The first step in planning the dissertation is to write a prospectus and obtain approval of it by the committee. The final prospectus must be formally approved by the committee within six months of completing the oral portion of the preliminary exam.  If this deadline is not met, the Chair may recommend that the committee be dissolved and that he or she be replaced as director of the dissertation.

The prospectus is typically 10-15 double-spaced pages in length, not including bibliography. It typically comprises an introduction in which the candidate describes concisely the focus, the main thesis, and the methodology of the dissertation, and in which she or he explains how her or his contribution relates to and advances existing scholarship. It should include a chapter-by-chapter outline, possibly followed by a tentative conclusion, and a bibliography.

The Chair should work with the candidate to revise the prospectus, after which the candidate (in consultation with the chair) should arrange a meeting of the entire committee to discuss and formally approve it.  (Prior to this meeting, the committee chair should obtain the appropriate forms (see below) from the Graduate Administrative Assistant so that these can be submitted at the conclusion of the meeting or shortly thereafter).  At the conclusion of this meeting, the committee should give the candidate clear confirmation that the prospectus has been unanimously approved or, if not, what further revisions are necessary.  After the meeting, the Chair of the committee should send an email to the student and the Graduate Administrative Assistant (copying the other committee members) formally confirming the approval of the prospectus, pending any final revisions (as needed).  The meeting provides an opportunity for the candidate to think through the issues pertaining to the dissertation, further refine and organize ideas on the subject, and receive feedback on the direction of the project.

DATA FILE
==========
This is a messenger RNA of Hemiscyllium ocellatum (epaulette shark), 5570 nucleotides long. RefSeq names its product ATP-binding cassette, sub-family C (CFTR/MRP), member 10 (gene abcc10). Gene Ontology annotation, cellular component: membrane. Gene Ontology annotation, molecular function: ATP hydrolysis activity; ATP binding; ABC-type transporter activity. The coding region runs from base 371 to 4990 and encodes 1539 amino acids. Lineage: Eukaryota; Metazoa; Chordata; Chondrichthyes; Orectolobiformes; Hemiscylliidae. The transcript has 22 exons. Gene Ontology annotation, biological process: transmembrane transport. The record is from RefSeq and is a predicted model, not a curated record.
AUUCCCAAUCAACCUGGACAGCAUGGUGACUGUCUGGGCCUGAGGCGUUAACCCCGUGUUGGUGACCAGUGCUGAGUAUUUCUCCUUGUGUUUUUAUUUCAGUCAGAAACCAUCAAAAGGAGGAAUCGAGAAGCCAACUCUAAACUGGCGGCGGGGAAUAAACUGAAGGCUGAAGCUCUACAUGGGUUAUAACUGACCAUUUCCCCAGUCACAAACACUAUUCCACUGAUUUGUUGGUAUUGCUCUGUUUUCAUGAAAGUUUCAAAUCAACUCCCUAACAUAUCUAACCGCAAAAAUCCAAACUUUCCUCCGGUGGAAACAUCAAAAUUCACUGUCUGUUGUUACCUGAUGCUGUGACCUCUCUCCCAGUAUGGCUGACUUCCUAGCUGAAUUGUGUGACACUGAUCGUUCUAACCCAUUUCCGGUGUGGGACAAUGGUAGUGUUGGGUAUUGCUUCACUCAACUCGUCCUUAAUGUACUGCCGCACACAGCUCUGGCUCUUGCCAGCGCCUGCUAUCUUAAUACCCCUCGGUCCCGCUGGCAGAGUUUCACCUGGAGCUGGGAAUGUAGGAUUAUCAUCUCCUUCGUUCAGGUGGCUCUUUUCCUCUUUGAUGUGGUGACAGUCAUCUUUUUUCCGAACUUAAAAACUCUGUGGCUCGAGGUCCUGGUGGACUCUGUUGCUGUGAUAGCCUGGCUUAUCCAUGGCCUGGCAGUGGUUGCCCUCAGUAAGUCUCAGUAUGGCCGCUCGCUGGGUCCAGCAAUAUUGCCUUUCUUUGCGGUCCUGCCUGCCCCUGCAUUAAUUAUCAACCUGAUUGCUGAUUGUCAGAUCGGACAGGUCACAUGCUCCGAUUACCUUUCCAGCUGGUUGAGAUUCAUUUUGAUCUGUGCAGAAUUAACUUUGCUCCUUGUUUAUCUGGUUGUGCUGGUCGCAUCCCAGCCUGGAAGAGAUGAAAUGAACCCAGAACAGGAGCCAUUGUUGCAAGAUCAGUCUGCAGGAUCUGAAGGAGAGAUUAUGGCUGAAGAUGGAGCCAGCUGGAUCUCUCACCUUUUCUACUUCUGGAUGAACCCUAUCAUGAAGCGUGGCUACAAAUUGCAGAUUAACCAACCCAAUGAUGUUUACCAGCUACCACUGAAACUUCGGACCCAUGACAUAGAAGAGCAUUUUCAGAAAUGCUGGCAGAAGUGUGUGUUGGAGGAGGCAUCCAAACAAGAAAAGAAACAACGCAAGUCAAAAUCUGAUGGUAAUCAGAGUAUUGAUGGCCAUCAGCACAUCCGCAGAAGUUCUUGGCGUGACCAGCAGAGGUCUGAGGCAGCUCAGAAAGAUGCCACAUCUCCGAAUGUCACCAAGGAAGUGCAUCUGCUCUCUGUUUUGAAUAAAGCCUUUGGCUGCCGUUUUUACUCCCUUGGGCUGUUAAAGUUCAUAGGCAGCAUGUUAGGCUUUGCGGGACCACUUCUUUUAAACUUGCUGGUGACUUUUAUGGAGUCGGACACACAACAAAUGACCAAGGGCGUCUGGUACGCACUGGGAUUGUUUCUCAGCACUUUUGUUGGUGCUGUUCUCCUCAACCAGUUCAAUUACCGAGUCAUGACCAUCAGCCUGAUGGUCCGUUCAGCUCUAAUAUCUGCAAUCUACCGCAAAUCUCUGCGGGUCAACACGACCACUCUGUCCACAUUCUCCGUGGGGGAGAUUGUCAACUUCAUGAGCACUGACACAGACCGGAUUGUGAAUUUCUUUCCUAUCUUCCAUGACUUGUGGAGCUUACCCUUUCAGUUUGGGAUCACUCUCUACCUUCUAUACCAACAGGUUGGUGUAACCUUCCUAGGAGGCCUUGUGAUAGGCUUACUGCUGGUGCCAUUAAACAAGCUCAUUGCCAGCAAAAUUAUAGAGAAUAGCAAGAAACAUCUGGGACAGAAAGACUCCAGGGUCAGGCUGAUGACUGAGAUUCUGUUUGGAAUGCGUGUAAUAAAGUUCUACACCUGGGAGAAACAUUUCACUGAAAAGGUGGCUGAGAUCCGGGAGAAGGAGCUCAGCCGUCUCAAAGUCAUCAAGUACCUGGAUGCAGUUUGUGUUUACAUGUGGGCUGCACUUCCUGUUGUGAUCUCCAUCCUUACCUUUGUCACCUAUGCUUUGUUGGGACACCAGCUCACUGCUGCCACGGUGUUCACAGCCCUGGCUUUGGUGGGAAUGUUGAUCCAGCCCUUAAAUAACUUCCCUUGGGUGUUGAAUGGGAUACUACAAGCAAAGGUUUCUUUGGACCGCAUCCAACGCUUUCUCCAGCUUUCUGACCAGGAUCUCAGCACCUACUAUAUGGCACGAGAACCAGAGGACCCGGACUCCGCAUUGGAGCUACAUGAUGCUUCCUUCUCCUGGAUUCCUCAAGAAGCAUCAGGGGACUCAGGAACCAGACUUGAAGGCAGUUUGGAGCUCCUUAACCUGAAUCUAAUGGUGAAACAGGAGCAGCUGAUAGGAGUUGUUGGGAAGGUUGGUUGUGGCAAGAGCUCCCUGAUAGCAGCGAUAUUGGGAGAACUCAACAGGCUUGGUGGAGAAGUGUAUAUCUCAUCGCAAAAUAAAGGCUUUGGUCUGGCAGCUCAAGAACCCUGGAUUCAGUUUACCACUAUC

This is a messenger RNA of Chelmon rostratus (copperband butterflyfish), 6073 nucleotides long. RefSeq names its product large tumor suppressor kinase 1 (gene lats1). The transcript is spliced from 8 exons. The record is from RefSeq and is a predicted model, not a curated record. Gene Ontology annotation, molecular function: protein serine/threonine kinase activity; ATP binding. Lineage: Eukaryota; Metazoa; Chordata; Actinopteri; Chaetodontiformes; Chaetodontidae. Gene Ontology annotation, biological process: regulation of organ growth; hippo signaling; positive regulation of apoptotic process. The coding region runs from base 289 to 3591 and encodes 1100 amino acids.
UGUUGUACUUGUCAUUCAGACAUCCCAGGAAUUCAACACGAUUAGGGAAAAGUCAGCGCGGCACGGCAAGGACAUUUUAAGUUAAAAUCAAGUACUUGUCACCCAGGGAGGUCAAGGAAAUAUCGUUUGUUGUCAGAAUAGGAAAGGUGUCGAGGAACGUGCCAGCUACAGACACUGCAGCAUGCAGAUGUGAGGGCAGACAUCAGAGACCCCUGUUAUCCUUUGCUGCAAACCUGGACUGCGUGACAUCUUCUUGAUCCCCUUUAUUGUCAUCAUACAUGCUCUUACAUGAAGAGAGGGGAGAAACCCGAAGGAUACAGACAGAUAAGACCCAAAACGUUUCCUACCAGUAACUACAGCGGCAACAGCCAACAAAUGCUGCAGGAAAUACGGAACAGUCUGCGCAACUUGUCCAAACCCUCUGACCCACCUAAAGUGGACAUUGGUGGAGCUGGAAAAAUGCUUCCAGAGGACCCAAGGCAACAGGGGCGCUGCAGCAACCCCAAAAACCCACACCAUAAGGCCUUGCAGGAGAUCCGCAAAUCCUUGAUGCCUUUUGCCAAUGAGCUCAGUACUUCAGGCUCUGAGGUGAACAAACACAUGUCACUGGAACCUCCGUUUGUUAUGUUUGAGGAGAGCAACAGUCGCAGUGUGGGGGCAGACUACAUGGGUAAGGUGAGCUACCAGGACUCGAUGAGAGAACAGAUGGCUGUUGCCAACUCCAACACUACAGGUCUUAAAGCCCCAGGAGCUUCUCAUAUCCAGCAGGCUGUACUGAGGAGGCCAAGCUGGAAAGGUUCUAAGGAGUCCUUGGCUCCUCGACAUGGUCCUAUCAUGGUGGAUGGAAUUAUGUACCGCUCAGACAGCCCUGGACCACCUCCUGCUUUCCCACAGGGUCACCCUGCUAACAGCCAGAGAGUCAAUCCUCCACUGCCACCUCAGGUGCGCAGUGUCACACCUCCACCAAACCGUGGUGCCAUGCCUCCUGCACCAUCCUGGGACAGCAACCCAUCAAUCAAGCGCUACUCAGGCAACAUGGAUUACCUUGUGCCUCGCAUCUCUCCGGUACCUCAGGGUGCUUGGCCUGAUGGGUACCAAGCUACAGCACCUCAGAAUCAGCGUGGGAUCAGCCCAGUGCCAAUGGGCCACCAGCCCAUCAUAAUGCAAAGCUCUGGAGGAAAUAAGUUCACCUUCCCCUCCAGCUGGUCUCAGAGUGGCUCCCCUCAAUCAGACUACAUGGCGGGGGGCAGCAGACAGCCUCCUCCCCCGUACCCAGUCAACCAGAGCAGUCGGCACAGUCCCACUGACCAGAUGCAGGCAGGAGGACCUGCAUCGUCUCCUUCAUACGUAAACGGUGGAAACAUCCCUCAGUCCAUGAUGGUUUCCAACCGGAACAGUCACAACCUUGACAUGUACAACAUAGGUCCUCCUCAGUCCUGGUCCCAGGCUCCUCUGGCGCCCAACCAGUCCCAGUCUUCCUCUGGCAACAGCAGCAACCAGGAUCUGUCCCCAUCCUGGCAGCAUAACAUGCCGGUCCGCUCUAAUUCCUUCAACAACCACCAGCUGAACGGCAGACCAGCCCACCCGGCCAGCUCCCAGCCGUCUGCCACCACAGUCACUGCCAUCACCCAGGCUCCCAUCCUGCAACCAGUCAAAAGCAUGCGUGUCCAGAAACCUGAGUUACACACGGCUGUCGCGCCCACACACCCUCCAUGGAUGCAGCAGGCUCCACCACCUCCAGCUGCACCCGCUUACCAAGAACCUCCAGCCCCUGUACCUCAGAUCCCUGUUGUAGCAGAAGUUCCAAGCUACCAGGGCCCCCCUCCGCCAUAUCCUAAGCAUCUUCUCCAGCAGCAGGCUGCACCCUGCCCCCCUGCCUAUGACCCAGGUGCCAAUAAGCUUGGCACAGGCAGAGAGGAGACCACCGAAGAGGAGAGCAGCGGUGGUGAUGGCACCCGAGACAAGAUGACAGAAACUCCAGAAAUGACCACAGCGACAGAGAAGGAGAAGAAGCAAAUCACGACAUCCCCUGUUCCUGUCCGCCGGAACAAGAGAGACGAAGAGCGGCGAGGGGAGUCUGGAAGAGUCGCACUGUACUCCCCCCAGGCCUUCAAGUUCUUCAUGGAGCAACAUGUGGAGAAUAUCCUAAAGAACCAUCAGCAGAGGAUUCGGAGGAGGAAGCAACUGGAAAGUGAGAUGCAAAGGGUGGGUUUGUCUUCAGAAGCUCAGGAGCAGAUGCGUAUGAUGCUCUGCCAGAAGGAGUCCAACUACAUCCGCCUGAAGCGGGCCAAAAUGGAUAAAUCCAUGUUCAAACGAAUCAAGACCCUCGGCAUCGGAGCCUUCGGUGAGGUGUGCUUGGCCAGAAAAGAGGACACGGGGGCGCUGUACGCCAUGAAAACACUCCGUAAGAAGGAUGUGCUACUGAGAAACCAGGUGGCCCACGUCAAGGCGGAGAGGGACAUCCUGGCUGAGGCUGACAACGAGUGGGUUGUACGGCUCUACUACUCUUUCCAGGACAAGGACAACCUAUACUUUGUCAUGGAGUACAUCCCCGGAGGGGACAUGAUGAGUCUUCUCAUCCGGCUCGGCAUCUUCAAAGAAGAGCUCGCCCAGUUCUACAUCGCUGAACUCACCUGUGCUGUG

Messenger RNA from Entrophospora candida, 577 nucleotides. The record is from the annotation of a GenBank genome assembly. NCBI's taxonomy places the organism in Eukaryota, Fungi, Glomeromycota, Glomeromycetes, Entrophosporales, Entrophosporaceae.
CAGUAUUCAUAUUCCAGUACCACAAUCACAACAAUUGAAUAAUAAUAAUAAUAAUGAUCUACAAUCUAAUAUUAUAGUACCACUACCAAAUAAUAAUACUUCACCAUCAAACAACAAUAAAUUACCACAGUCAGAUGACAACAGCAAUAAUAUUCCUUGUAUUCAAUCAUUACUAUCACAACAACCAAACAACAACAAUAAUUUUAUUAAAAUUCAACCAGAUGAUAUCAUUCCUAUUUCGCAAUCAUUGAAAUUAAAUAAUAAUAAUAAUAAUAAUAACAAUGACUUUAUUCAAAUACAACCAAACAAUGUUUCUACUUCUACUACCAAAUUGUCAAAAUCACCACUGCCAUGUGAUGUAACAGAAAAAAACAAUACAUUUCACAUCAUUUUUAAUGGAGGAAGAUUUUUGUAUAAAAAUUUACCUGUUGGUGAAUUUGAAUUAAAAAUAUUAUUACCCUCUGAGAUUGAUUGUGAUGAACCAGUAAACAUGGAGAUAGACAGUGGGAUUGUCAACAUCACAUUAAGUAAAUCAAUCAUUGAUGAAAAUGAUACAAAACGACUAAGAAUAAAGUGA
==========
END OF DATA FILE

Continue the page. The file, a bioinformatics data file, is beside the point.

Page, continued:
Based on input from the committee meeting and in consultation with the Chair, the candidate should revise the prospectus and provide a final copy to the entire committee and the Graduate Administrative Assistant, who will place it in the student’s department file. After the dissertation defense, a copy of the prospectus may be made available to future doctoral candidates in a public file.